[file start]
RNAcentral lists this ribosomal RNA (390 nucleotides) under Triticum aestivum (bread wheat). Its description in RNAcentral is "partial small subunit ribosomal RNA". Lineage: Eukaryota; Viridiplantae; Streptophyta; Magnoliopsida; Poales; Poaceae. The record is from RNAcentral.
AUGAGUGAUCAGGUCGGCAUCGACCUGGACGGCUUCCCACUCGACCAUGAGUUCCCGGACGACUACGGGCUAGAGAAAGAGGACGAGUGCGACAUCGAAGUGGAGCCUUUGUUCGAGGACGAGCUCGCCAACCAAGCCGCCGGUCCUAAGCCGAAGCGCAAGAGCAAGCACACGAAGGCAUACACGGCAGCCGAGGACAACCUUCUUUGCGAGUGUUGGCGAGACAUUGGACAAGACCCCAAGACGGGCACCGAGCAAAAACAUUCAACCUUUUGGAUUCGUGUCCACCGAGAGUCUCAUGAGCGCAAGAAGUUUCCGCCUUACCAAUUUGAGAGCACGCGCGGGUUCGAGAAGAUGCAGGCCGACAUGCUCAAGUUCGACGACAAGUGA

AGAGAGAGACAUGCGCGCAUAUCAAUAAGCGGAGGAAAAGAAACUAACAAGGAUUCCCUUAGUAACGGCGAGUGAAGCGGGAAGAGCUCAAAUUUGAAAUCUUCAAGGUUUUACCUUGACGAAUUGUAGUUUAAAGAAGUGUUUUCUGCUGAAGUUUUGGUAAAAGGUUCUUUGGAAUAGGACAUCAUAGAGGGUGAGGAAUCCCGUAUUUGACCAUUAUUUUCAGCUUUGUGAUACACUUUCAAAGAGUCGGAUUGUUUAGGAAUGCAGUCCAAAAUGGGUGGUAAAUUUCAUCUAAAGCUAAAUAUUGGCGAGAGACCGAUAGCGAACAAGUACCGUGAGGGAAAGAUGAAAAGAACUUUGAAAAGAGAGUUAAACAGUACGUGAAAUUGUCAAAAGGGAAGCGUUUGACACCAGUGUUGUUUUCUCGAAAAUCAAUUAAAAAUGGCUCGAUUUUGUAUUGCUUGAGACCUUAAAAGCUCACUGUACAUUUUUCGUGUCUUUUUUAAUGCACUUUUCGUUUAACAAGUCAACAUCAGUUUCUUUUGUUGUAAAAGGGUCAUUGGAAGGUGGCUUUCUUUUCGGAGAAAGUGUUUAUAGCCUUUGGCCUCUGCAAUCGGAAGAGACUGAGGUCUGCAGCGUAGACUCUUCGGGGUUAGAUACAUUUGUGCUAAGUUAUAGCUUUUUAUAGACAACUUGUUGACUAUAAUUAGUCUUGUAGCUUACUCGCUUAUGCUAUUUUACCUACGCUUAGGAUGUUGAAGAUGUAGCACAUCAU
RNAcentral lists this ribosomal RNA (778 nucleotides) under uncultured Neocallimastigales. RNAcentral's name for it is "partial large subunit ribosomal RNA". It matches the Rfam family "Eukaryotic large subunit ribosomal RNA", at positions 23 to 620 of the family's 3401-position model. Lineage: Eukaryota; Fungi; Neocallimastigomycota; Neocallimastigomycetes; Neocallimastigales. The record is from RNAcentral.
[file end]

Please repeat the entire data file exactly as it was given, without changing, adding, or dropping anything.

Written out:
RNAcentral lists this ribosomal RNA (390 nucleotides) under Triticum aestivum (bread wheat). Its description in RNAcentral is "partial small subunit ribosomal RNA". Lineage: Eukaryota; Viridiplantae; Streptophyta; Magnoliopsida; Poales; Poaceae. The record is from RNAcentral.
AUGAGUGAUCAGGUCGGCAUCGACCUGGACGGCUUCCCACUCGACCAUGAGUUCCCGGACGACUACGGGCUAGAGAAAGAGGACGAGUGCGACAUCGAAGUGGAGCCUUUGUUCGAGGACGAGCUCGCCAACCAAGCCGCCGGUCCUAAGCCGAAGCGCAAGAGCAAGCACACGAAGGCAUACACGGCAGCCGAGGACAACCUUCUUUGCGAGUGUUGGCGAGACAUUGGACAAGACCCCAAGACGGGCACCGAGCAAAAACAUUCAACCUUUUGGAUUCGUGUCCACCGAGAGUCUCAUGAGCGCAAGAAGUUUCCGCCUUACCAAUUUGAGAGCACGCGCGGGUUCGAGAAGAUGCAGGCCGACAUGCUCAAGUUCGACGACAAGUGA

AGAGAGAGACAUGCGCGCAUAUCAAUAAGCGGAGGAAAAGAAACUAACAAGGAUUCCCUUAGUAACGGCGAGUGAAGCGGGAAGAGCUCAAAUUUGAAAUCUUCAAGGUUUUACCUUGACGAAUUGUAGUUUAAAGAAGUGUUUUCUGCUGAAGUUUUGGUAAAAGGUUCUUUGGAAUAGGACAUCAUAGAGGGUGAGGAAUCCCGUAUUUGACCAUUAUUUUCAGCUUUGUGAUACACUUUCAAAGAGUCGGAUUGUUUAGGAAUGCAGUCCAAAAUGGGUGGUAAAUUUCAUCUAAAGCUAAAUAUUGGCGAGAGACCGAUAGCGAACAAGUACCGUGAGGGAAAGAUGAAAAGAACUUUGAAAAGAGAGUUAAACAGUACGUGAAAUUGUCAAAAGGGAAGCGUUUGACACCAGUGUUGUUUUCUCGAAAAUCAAUUAAAAAUGGCUCGAUUUUGUAUUGCUUGAGACCUUAAAAGCUCACUGUACAUUUUUCGUGUCUUUUUUAAUGCACUUUUCGUUUAACAAGUCAACAUCAGUUUCUUUUGUUGUAAAAGGGUCAUUGGAAGGUGGCUUUCUUUUCGGAGAAAGUGUUUAUAGCCUUUGGCCUCUGCAAUCGGAAGAGACUGAGGUCUGCAGCGUAGACUCUUCGGGGUUAGAUACAUUUGUGCUAAGUUAUAGCUUUUUAUAGACAACUUGUUGACUAUAAUUAGUCUUGUAGCUUACUCGCUUAUGCUAUUUUACCUACGCUUAGGAUGUUGAAGAUGUAGCACAUCAU
RNAcentral lists this ribosomal RNA (778 nucleotides) under uncultured Neocallimastigales. RNAcentral's name for it is "partial large subunit ribosomal RNA". It matches the Rfam family "Eukaryotic large subunit ribosomal RNA", at positions 23 to 620 of the family's 3401-position model. Lineage: Eukaryota; Fungi; Neocallimastigomycota; Neocallimastigomycetes; Neocallimastigales. The record is from RNAcentral.